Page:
April 14, 2005 — -- Scientists are bringing the past to life by hatching eggs once thought to be dead and producing colonies of animals as they existed decades ago.
They are calling it "resurrection ecology," and it's a whole new field that quite literally allows scientists to observe evolution as it occurred, using animals that were quite different than their kinfolk today.
And who do they have to think for it all? Alice in Wonderland.
Alice, as we all know, had a pretty difficult life in Lewis Carroll's yarn. In one scene she complained to the queen that she didn't seem to be getting anywhere even though she was running as hard as she could.
She was admonished that resting on her laurels was not an option. "It takes all the running you can do, to keep in the same place," the queen told her.
In 1973, biologist Leigh Van Valen of the University of Chicago picked up on that theme and postulated that in nature, it's not enough to tread water. One must constantly evolve to keep abreast, or ahead, of predators.
That became known as the Red Queen Hypothesis, suggesting that change is not only good, it's essential because without it, organisms will perish. You've got to stay ahead of the competition.
For decades now, scientists have tried to either prove, or disprove, Valen's argument. And now, at least one group thinks it has succeeded.
"We are confirming the Red Queen Hypothesis," says biologist W. Charles Kerfoot of Michigan Technological University, who has spent years now chasing Alice to see if she really did have to keep running just to stay in place. He is one of several authors who took over a recent issue of the journal Limnology and Oceanography, reporting widespread results in the search for "resting eggs" that are dormant, but still alive.
Kerfoot found his answer in the murky waters beneath an inland lake on Michigan's Upper Peninsula. Portage Lake has gone through many changes over the past century. Copper mines flooded the lake with debris. Dredging changed its nature considerably. And more recently, the waters have been depleted of oxygen through the growth of algae, a process called eutrophication.
Kerfoot began collecting cores from the sediments beneath the lake a few years ago because of something he had learned in Germany. He had been invited there, along with several other researchers, by the Max-Planck Institute to study lakes that had not recovered fully from pollution, even though the quality of the water had been restored.
Of particular concern was the absence of plankton, those tiny animals that are at the bottom of the food chain and so critical to so many other organisms. It was while combing through sediments from that lake that Kerfoot and his colleagues made a remarkable discovery.
They found that eggs that had been trapped beneath the sediment years ago had never hatched, but miraculously, were still alive.
A little incubation and bingo, the eggs hatched into animals not as they appear today, but long ago when the eggs were first deposited on the floor of the lake. How they survived all that time is a great mystery.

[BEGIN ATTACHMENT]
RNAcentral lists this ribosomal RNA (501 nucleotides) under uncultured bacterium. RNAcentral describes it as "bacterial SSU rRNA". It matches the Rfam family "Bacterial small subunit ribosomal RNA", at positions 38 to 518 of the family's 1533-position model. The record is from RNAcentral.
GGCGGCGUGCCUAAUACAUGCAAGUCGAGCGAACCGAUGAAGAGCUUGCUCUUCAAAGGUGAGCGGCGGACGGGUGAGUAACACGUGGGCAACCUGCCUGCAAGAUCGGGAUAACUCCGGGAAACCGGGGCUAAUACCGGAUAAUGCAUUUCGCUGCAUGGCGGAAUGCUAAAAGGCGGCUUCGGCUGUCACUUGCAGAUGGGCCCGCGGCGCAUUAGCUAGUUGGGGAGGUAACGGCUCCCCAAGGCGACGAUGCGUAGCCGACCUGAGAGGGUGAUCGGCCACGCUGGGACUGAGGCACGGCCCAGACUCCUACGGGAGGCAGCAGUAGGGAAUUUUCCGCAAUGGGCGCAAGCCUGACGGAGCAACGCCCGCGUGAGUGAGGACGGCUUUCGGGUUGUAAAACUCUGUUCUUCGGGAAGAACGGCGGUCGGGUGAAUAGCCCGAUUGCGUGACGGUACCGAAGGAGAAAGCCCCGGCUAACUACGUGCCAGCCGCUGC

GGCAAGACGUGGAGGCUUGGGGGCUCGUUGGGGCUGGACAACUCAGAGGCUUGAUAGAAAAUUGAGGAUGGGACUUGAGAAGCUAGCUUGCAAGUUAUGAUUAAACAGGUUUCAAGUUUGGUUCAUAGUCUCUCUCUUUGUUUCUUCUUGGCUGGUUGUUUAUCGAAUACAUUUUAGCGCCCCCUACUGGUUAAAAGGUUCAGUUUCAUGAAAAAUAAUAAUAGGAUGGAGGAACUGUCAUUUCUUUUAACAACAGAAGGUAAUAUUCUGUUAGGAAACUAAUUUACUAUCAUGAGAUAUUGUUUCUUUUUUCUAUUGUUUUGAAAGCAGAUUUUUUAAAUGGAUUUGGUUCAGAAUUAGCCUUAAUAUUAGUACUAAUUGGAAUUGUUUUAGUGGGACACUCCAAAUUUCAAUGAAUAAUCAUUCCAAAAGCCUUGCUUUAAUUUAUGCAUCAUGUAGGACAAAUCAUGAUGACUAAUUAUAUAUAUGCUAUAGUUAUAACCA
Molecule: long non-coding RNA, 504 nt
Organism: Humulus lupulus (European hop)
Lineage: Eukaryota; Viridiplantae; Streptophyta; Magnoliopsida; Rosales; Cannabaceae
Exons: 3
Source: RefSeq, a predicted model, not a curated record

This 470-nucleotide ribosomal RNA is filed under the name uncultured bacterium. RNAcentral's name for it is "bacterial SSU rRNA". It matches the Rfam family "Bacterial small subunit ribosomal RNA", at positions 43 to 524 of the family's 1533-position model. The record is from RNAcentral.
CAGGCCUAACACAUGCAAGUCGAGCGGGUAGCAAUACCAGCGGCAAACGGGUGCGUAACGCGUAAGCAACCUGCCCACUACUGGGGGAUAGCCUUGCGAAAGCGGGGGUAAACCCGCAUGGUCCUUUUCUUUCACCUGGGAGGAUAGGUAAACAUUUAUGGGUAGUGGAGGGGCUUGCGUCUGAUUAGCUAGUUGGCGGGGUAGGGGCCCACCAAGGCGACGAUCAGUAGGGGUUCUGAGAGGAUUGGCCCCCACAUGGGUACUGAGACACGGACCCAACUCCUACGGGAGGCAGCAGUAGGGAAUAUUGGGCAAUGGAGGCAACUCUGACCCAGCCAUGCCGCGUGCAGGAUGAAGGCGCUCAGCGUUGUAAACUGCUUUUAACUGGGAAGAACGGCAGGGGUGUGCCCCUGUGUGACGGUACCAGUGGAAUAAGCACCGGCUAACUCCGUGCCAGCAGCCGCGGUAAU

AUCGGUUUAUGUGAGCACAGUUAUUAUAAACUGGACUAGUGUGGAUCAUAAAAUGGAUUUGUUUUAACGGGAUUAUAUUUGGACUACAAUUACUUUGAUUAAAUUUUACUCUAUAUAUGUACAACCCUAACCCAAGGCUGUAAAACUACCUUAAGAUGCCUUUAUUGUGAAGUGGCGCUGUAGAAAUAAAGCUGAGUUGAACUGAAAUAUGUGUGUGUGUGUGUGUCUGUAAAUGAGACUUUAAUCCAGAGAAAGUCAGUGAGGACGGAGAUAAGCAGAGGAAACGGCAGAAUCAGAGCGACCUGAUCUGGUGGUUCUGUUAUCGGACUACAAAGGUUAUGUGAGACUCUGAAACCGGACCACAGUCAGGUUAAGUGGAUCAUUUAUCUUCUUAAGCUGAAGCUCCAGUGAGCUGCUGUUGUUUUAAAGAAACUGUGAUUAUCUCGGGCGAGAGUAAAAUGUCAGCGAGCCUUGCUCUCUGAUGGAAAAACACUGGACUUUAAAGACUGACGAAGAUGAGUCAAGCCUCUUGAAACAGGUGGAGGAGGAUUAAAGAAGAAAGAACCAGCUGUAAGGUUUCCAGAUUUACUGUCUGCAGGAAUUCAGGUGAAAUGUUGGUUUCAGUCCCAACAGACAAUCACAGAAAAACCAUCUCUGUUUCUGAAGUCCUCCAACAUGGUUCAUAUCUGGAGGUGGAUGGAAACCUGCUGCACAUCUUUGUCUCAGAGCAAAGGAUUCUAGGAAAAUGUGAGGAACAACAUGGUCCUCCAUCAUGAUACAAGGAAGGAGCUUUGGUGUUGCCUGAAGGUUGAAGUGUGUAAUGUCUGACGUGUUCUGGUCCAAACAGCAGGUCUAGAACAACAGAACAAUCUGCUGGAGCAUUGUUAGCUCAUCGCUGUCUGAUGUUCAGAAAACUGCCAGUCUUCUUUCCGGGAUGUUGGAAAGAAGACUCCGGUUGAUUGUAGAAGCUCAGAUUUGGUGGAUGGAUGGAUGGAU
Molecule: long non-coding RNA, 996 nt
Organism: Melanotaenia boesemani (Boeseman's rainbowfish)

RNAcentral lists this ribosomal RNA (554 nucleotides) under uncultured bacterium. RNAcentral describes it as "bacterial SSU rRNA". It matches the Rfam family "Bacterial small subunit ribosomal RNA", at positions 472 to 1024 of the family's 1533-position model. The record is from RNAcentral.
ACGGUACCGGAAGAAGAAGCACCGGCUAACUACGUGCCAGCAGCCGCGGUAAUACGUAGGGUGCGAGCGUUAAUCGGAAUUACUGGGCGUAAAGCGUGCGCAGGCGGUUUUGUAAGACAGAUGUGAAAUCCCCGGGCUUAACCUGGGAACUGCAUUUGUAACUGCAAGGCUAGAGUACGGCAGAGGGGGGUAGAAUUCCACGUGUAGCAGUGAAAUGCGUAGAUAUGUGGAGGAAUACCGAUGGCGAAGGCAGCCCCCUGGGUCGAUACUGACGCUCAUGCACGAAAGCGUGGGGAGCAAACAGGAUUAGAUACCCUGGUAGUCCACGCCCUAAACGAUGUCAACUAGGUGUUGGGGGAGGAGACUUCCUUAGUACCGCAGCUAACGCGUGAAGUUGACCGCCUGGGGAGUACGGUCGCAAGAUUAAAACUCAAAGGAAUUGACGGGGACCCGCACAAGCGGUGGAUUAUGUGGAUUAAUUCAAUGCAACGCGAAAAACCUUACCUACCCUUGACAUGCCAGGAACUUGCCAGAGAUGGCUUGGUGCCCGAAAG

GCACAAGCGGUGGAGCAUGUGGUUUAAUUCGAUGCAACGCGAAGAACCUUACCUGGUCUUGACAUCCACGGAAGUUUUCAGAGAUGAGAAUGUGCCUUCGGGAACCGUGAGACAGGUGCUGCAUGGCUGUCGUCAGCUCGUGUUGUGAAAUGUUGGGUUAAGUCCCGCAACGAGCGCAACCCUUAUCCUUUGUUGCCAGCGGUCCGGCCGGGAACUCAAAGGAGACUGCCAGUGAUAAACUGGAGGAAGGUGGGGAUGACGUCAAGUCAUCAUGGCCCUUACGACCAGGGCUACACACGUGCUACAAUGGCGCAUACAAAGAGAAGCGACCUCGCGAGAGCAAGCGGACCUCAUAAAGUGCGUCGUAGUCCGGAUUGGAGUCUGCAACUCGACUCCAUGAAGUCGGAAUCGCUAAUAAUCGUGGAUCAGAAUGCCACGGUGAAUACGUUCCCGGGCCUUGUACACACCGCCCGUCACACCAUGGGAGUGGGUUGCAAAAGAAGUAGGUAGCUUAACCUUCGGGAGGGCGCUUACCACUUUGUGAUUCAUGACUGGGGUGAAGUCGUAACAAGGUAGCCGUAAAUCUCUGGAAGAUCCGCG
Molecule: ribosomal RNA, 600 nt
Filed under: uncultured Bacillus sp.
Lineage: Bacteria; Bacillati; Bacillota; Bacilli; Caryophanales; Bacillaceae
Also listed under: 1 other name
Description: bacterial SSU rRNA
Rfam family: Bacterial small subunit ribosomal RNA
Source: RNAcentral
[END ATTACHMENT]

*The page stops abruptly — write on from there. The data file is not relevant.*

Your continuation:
"My friends in genetics would really like to know how in blazes they did that," Kerfoot says.
Biologist Nelson Hairston, a member of the Max-Planck team, was among the first to describe the finding several years ago.
After returning to the States, Kerfoot turned his attention to Portage Lake. The history of the lake had been so well documented that he knew it would be possible to come up with precise dates for whatever he might find there.
Kerfoot and geneticist Lawrence J. Weider, formerly of Max-Planck and now of the University of Oklahoma, found layers of eggs dating back nearly a century that were clearly alive. These aren't man-eating dinosaurs, but they were living specimens from a time that is now past.
The eggs had been deposited by a tiny shrimp-like animal in the zooplankton family known as Daphnia retrocurva. These critters live in the cool waters of the lake for only one summer, and then die out, leaving their eggs behind to begin the process anew the next spring.
The scientists exposed the eggs to sunlight and warmth, about what they would expect in the spring, and the eggs hatched. As they grew to maturity in tightly controlled experiments, they changed over the years, particularly in the length of their spines and the size of their helmets.
By examining the fossil record, the researchers found that fish that prey on the small animals also changed significantly over the years, at least in terms of abundance.
About 80 years ago, when the predators were all over the place, the Daphnia retrocurva extended the size of its helmet and spines to make itself less appetizing. Later, when the number of predators shrank, the animal reduced the size of those features, thus conserving its energy for other uses.
The researchers had hit pay dirt. The changes in Daphnia retrocurva were precisely what would have been expected as part of the predator-prey interaction.
Furthermore, DNA analysis shows that the changes were passed on genetically from one generation to the next, until they were no longer needed, thus confirming that the researchers had caught evolution in the act.
Lee Dye's column appears weekly on ABCNEWS.com. A former science writer for the Los Angeles Times, he now lives in Juneau, Alaska.